Friday, June 20, 2014

Spikey Egg-Laying Mammals

All the different kinds on mammals share a lot of common traits. They’re warm blooded, have 7 cervical vertebrae, breathe air, have hair and give milk to their young to feed on. Almost all mammals, when giving birth, produce a live young. However, there are certain species that step out of this trait.

Monotreme, which is the order where Echidnas and Platypuses are found, actually lay eggs. Another particular trait that these mammals have that makes them different is that they secrete milk and store them in packets for their young. Both of these egg-laying animals are found in New Guinea and Australia.
Echidnas are probably the least known of the only two egg-laying mammals. Also known as the spiny anteaters, Echidnas would spend hours looking for termites and ants to eat on the forest floor. As adults, they uses their long tongues to pull out and collect those little insects, but they do have teeth which they don’t have much use for.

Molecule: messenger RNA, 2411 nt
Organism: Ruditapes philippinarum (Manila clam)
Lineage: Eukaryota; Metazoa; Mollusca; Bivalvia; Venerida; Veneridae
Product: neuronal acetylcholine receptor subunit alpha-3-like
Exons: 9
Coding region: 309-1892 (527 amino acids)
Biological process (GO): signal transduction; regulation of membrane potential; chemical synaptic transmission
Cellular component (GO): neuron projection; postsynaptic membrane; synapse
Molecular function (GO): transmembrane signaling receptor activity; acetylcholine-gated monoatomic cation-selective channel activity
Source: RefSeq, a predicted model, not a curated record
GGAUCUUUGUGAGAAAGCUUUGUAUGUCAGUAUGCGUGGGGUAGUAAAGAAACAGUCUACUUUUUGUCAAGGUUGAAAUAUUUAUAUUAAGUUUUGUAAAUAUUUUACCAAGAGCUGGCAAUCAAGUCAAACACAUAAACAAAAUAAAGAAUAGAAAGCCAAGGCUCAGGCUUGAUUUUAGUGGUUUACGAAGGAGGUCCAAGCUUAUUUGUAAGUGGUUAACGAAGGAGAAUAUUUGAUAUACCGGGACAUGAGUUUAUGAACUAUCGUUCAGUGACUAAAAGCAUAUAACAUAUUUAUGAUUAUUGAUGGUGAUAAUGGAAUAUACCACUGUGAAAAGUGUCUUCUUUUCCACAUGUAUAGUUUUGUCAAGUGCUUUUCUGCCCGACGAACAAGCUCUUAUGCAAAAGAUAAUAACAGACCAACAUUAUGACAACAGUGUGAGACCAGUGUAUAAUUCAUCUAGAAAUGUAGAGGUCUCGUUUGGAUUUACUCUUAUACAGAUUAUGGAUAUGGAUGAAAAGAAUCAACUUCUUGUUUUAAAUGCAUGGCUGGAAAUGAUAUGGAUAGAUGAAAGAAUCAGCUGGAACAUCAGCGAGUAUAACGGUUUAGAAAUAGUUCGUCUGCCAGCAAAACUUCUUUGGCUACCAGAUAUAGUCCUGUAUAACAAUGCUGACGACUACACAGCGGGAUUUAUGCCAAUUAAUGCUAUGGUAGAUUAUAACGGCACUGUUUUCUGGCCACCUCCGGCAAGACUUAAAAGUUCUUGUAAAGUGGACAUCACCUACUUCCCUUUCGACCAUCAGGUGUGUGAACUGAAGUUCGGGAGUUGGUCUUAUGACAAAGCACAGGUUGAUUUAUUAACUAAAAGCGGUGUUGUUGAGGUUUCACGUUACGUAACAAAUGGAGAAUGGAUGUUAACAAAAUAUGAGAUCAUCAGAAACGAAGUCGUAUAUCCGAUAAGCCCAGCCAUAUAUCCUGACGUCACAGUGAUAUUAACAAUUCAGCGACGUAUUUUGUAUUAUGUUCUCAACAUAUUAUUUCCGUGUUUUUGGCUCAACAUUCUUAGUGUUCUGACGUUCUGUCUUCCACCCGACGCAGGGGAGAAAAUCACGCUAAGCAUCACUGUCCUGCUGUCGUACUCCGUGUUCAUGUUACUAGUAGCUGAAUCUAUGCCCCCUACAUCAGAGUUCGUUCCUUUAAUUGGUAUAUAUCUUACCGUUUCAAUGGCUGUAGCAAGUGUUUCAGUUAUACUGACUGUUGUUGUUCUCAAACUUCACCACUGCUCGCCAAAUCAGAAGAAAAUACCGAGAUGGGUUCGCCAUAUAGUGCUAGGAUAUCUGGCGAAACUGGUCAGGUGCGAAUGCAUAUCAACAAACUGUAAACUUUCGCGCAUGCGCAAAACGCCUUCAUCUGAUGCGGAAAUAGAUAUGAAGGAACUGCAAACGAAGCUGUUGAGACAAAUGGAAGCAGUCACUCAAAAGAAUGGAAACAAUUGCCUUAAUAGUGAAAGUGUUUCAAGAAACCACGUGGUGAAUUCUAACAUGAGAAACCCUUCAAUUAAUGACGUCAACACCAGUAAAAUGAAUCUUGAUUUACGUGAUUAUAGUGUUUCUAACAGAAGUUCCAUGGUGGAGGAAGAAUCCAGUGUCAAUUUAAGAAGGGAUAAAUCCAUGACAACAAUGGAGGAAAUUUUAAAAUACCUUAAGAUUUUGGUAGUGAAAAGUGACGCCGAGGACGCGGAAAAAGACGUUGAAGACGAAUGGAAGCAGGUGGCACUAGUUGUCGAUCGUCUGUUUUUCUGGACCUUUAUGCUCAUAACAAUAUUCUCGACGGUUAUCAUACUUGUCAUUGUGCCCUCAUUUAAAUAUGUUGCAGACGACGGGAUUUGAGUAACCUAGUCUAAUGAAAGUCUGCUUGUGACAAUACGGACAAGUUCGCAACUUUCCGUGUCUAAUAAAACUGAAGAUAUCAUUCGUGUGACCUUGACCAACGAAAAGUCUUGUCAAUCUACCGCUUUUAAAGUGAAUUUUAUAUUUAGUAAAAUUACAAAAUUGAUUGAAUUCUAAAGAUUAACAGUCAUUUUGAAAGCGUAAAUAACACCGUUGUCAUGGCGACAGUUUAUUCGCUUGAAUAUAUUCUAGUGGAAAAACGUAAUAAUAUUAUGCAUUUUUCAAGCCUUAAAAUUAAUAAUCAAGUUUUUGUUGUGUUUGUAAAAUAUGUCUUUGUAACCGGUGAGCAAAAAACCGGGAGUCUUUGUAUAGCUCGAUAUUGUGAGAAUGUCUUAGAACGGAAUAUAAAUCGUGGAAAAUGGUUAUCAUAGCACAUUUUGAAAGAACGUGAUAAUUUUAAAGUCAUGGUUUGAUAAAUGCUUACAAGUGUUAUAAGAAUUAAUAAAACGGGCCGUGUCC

Their teeth are actually more useful to them as babies. As they develop in their eggs, a special tooth comes out which helps them to break out of the egg’s shell. Once they get out of the egg, they can then feed off their mother though milk packets since the tooth can make feeding time painful for the mother.

She carries the baby, called a puggle, around with her inside her pouch for around 45-55 days. By this time, the puggle would have started to develop its spines, so she needs to place it safely inside a burrow and continues to take care of it for a few more months.

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